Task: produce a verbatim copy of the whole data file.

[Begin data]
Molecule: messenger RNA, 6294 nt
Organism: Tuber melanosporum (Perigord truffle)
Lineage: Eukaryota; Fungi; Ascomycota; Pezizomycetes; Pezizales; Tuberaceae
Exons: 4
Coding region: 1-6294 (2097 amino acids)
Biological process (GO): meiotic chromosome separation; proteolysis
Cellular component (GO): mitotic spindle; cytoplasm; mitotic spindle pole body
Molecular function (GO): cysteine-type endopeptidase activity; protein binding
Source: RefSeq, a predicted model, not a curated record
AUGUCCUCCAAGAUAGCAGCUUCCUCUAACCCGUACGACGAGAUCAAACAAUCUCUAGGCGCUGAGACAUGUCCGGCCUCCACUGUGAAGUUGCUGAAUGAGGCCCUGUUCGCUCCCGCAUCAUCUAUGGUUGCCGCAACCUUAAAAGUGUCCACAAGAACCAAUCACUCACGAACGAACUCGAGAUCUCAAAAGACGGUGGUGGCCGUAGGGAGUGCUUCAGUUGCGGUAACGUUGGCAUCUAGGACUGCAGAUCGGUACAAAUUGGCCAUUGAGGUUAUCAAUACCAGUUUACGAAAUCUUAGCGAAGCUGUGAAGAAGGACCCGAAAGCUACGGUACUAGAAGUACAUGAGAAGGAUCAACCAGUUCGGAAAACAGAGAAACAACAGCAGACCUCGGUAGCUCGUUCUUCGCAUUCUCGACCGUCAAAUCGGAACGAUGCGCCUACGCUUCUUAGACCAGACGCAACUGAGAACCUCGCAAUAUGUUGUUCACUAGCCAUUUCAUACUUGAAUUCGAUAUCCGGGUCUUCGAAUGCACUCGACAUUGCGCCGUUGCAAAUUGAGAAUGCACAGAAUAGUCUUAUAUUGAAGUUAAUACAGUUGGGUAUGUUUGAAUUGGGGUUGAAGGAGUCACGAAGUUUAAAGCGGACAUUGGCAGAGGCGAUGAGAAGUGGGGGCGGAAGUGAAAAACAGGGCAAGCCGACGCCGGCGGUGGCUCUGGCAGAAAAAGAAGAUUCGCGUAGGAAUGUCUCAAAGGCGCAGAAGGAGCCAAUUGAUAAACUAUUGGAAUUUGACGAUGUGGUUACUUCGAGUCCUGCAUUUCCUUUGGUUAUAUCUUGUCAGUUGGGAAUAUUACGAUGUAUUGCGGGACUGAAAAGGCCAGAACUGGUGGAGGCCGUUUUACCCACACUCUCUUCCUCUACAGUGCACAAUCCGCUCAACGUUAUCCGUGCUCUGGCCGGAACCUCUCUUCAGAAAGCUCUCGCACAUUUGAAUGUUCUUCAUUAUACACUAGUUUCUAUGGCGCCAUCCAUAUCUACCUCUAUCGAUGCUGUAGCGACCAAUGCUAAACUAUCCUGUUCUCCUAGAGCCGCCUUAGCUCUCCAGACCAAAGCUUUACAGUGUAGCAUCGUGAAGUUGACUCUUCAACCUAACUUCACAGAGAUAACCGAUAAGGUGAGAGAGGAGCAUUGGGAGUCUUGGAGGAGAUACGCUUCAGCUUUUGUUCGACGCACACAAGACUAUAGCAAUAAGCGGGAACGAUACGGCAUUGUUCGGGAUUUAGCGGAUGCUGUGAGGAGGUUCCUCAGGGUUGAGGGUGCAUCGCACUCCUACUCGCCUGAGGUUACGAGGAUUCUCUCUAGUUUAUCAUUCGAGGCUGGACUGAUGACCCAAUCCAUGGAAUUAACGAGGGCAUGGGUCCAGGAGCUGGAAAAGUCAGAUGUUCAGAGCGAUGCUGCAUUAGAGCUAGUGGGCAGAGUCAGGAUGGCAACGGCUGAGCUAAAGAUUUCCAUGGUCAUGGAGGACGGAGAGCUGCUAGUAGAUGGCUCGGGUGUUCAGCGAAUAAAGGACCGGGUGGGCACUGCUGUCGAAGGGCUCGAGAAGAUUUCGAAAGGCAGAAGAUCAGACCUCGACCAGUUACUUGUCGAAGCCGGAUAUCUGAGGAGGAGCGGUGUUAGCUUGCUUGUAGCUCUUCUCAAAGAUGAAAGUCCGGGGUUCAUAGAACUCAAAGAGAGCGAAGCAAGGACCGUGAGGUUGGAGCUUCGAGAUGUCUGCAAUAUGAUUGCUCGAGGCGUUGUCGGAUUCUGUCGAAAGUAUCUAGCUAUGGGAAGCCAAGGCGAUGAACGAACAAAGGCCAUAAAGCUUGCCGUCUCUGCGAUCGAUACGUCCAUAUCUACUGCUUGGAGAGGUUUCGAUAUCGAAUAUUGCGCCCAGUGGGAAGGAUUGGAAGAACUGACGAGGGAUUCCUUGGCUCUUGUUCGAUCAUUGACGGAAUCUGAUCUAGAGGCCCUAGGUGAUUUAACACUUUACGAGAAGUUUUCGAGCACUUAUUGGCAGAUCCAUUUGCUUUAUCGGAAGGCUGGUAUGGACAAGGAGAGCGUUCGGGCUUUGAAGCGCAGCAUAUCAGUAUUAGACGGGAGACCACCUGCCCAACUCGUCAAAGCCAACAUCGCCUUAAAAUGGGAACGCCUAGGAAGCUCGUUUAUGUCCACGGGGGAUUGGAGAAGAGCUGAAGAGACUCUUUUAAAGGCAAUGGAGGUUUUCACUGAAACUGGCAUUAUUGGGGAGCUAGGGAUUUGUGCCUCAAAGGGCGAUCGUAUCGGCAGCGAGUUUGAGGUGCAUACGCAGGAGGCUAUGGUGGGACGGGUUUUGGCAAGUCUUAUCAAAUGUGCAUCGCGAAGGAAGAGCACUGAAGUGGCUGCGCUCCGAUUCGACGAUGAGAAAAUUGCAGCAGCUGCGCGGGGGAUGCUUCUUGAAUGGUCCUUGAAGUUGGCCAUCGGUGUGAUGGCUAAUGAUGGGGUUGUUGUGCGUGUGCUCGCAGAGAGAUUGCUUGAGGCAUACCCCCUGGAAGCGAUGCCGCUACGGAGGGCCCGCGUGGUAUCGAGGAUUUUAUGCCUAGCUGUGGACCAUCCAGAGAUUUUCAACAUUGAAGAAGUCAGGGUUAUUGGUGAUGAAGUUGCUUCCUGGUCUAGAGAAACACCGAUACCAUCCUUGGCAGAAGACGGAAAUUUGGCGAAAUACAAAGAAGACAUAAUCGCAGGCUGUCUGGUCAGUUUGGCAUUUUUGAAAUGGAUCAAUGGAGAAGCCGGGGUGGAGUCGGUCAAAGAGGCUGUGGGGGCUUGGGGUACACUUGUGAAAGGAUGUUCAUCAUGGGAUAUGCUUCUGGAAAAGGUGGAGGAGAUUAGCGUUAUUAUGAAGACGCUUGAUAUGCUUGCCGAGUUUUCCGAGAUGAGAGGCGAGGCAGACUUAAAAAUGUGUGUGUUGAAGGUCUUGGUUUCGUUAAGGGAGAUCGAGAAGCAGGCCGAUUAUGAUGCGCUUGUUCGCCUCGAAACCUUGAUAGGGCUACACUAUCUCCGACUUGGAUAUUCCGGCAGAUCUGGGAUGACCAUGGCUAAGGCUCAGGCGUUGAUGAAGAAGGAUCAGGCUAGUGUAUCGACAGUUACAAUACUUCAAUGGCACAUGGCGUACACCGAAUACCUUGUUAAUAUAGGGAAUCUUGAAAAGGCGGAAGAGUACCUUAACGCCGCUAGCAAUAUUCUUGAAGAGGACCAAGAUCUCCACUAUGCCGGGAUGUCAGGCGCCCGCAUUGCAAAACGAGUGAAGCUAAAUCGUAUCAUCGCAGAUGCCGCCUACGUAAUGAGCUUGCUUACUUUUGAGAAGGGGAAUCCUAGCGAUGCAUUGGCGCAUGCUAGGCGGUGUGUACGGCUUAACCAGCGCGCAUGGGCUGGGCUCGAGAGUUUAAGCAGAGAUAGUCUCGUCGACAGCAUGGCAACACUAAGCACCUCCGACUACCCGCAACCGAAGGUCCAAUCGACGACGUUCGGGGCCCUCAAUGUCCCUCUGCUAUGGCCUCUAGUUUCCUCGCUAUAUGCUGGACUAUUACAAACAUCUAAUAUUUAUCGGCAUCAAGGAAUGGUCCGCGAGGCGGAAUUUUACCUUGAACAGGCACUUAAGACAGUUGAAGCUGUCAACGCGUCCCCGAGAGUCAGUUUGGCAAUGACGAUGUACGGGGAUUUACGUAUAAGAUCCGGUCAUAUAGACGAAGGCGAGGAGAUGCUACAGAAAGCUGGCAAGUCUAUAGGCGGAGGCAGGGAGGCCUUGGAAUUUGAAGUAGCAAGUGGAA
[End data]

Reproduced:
Molecule: messenger RNA, 6294 nt
Organism: Tuber melanosporum (Perigord truffle)
Lineage: Eukaryota; Fungi; Ascomycota; Pezizomycetes; Pezizales; Tuberaceae
Exons: 4
Coding region: 1-6294 (2097 amino acids)
Biological process (GO): meiotic chromosome separation; proteolysis
Cellular component (GO): mitotic spindle; cytoplasm; mitotic spindle pole body
Molecular function (GO): cysteine-type endopeptidase activity; protein binding
Source: RefSeq, a predicted model, not a curated record
AUGUCCUCCAAGAUAGCAGCUUCCUCUAACCCGUACGACGAGAUCAAACAAUCUCUAGGCGCUGAGACAUGUCCGGCCUCCACUGUGAAGUUGCUGAAUGAGGCCCUGUUCGCUCCCGCAUCAUCUAUGGUUGCCGCAACCUUAAAAGUGUCCACAAGAACCAAUCACUCACGAACGAACUCGAGAUCUCAAAAGACGGUGGUGGCCGUAGGGAGUGCUUCAGUUGCGGUAACGUUGGCAUCUAGGACUGCAGAUCGGUACAAAUUGGCCAUUGAGGUUAUCAAUACCAGUUUACGAAAUCUUAGCGAAGCUGUGAAGAAGGACCCGAAAGCUACGGUACUAGAAGUACAUGAGAAGGAUCAACCAGUUCGGAAAACAGAGAAACAACAGCAGACCUCGGUAGCUCGUUCUUCGCAUUCUCGACCGUCAAAUCGGAACGAUGCGCCUACGCUUCUUAGACCAGACGCAACUGAGAACCUCGCAAUAUGUUGUUCACUAGCCAUUUCAUACUUGAAUUCGAUAUCCGGGUCUUCGAAUGCACUCGACAUUGCGCCGUUGCAAAUUGAGAAUGCACAGAAUAGUCUUAUAUUGAAGUUAAUACAGUUGGGUAUGUUUGAAUUGGGGUUGAAGGAGUCACGAAGUUUAAAGCGGACAUUGGCAGAGGCGAUGAGAAGUGGGGGCGGAAGUGAAAAACAGGGCAAGCCGACGCCGGCGGUGGCUCUGGCAGAAAAAGAAGAUUCGCGUAGGAAUGUCUCAAAGGCGCAGAAGGAGCCAAUUGAUAAACUAUUGGAAUUUGACGAUGUGGUUACUUCGAGUCCUGCAUUUCCUUUGGUUAUAUCUUGUCAGUUGGGAAUAUUACGAUGUAUUGCGGGACUGAAAAGGCCAGAACUGGUGGAGGCCGUUUUACCCACACUCUCUUCCUCUACAGUGCACAAUCCGCUCAACGUUAUCCGUGCUCUGGCCGGAACCUCUCUUCAGAAAGCUCUCGCACAUUUGAAUGUUCUUCAUUAUACACUAGUUUCUAUGGCGCCAUCCAUAUCUACCUCUAUCGAUGCUGUAGCGACCAAUGCUAAACUAUCCUGUUCUCCUAGAGCCGCCUUAGCUCUCCAGACCAAAGCUUUACAGUGUAGCAUCGUGAAGUUGACUCUUCAACCUAACUUCACAGAGAUAACCGAUAAGGUGAGAGAGGAGCAUUGGGAGUCUUGGAGGAGAUACGCUUCAGCUUUUGUUCGACGCACACAAGACUAUAGCAAUAAGCGGGAACGAUACGGCAUUGUUCGGGAUUUAGCGGAUGCUGUGAGGAGGUUCCUCAGGGUUGAGGGUGCAUCGCACUCCUACUCGCCUGAGGUUACGAGGAUUCUCUCUAGUUUAUCAUUCGAGGCUGGACUGAUGACCCAAUCCAUGGAAUUAACGAGGGCAUGGGUCCAGGAGCUGGAAAAGUCAGAUGUUCAGAGCGAUGCUGCAUUAGAGCUAGUGGGCAGAGUCAGGAUGGCAACGGCUGAGCUAAAGAUUUCCAUGGUCAUGGAGGACGGAGAGCUGCUAGUAGAUGGCUCGGGUGUUCAGCGAAUAAAGGACCGGGUGGGCACUGCUGUCGAAGGGCUCGAGAAGAUUUCGAAAGGCAGAAGAUCAGACCUCGACCAGUUACUUGUCGAAGCCGGAUAUCUGAGGAGGAGCGGUGUUAGCUUGCUUGUAGCUCUUCUCAAAGAUGAAAGUCCGGGGUUCAUAGAACUCAAAGAGAGCGAAGCAAGGACCGUGAGGUUGGAGCUUCGAGAUGUCUGCAAUAUGAUUGCUCGAGGCGUUGUCGGAUUCUGUCGAAAGUAUCUAGCUAUGGGAAGCCAAGGCGAUGAACGAACAAAGGCCAUAAAGCUUGCCGUCUCUGCGAUCGAUACGUCCAUAUCUACUGCUUGGAGAGGUUUCGAUAUCGAAUAUUGCGCCCAGUGGGAAGGAUUGGAAGAACUGACGAGGGAUUCCUUGGCUCUUGUUCGAUCAUUGACGGAAUCUGAUCUAGAGGCCCUAGGUGAUUUAACACUUUACGAGAAGUUUUCGAGCACUUAUUGGCAGAUCCAUUUGCUUUAUCGGAAGGCUGGUAUGGACAAGGAGAGCGUUCGGGCUUUGAAGCGCAGCAUAUCAGUAUUAGACGGGAGACCACCUGCCCAACUCGUCAAAGCCAACAUCGCCUUAAAAUGGGAACGCCUAGGAAGCUCGUUUAUGUCCACGGGGGAUUGGAGAAGAGCUGAAGAGACUCUUUUAAAGGCAAUGGAGGUUUUCACUGAAACUGGCAUUAUUGGGGAGCUAGGGAUUUGUGCCUCAAAGGGCGAUCGUAUCGGCAGCGAGUUUGAGGUGCAUACGCAGGAGGCUAUGGUGGGACGGGUUUUGGCAAGUCUUAUCAAAUGUGCAUCGCGAAGGAAGAGCACUGAAGUGGCUGCGCUCCGAUUCGACGAUGAGAAAAUUGCAGCAGCUGCGCGGGGGAUGCUUCUUGAAUGGUCCUUGAAGUUGGCCAUCGGUGUGAUGGCUAAUGAUGGGGUUGUUGUGCGUGUGCUCGCAGAGAGAUUGCUUGAGGCAUACCCCCUGGAAGCGAUGCCGCUACGGAGGGCCCGCGUGGUAUCGAGGAUUUUAUGCCUAGCUGUGGACCAUCCAGAGAUUUUCAACAUUGAAGAAGUCAGGGUUAUUGGUGAUGAAGUUGCUUCCUGGUCUAGAGAAACACCGAUACCAUCCUUGGCAGAAGACGGAAAUUUGGCGAAAUACAAAGAAGACAUAAUCGCAGGCUGUCUGGUCAGUUUGGCAUUUUUGAAAUGGAUCAAUGGAGAAGCCGGGGUGGAGUCGGUCAAAGAGGCUGUGGGGGCUUGGGGUACACUUGUGAAAGGAUGUUCAUCAUGGGAUAUGCUUCUGGAAAAGGUGGAGGAGAUUAGCGUUAUUAUGAAGACGCUUGAUAUGCUUGCCGAGUUUUCCGAGAUGAGAGGCGAGGCAGACUUAAAAAUGUGUGUGUUGAAGGUCUUGGUUUCGUUAAGGGAGAUCGAGAAGCAGGCCGAUUAUGAUGCGCUUGUUCGCCUCGAAACCUUGAUAGGGCUACACUAUCUCCGACUUGGAUAUUCCGGCAGAUCUGGGAUGACCAUGGCUAAGGCUCAGGCGUUGAUGAAGAAGGAUCAGGCUAGUGUAUCGACAGUUACAAUACUUCAAUGGCACAUGGCGUACACCGAAUACCUUGUUAAUAUAGGGAAUCUUGAAAAGGCGGAAGAGUACCUUAACGCCGCUAGCAAUAUUCUUGAAGAGGACCAAGAUCUCCACUAUGCCGGGAUGUCAGGCGCCCGCAUUGCAAAACGAGUGAAGCUAAAUCGUAUCAUCGCAGAUGCCGCCUACGUAAUGAGCUUGCUUACUUUUGAGAAGGGGAAUCCUAGCGAUGCAUUGGCGCAUGCUAGGCGGUGUGUACGGCUUAACCAGCGCGCAUGGGCUGGGCUCGAGAGUUUAAGCAGAGAUAGUCUCGUCGACAGCAUGGCAACACUAAGCACCUCCGACUACCCGCAACCGAAGGUCCAAUCGACGACGUUCGGGGCCCUCAAUGUCCCUCUGCUAUGGCCUCUAGUUUCCUCGCUAUAUGCUGGACUAUUACAAACAUCUAAUAUUUAUCGGCAUCAAGGAAUGGUCCGCGAGGCGGAAUUUUACCUUGAACAGGCACUUAAGACAGUUGAAGCUGUCAACGCGUCCCCGAGAGUCAGUUUGGCAAUGACGAUGUACGGGGAUUUACGUAUAAGAUCCGGUCAUAUAGACGAAGGCGAGGAGAUGCUACAGAAAGCUGGCAAGUCUAUAGGCGGAGGCAGGGAGGCCUUGGAAUUUGAAGUAGCAAGUGGAA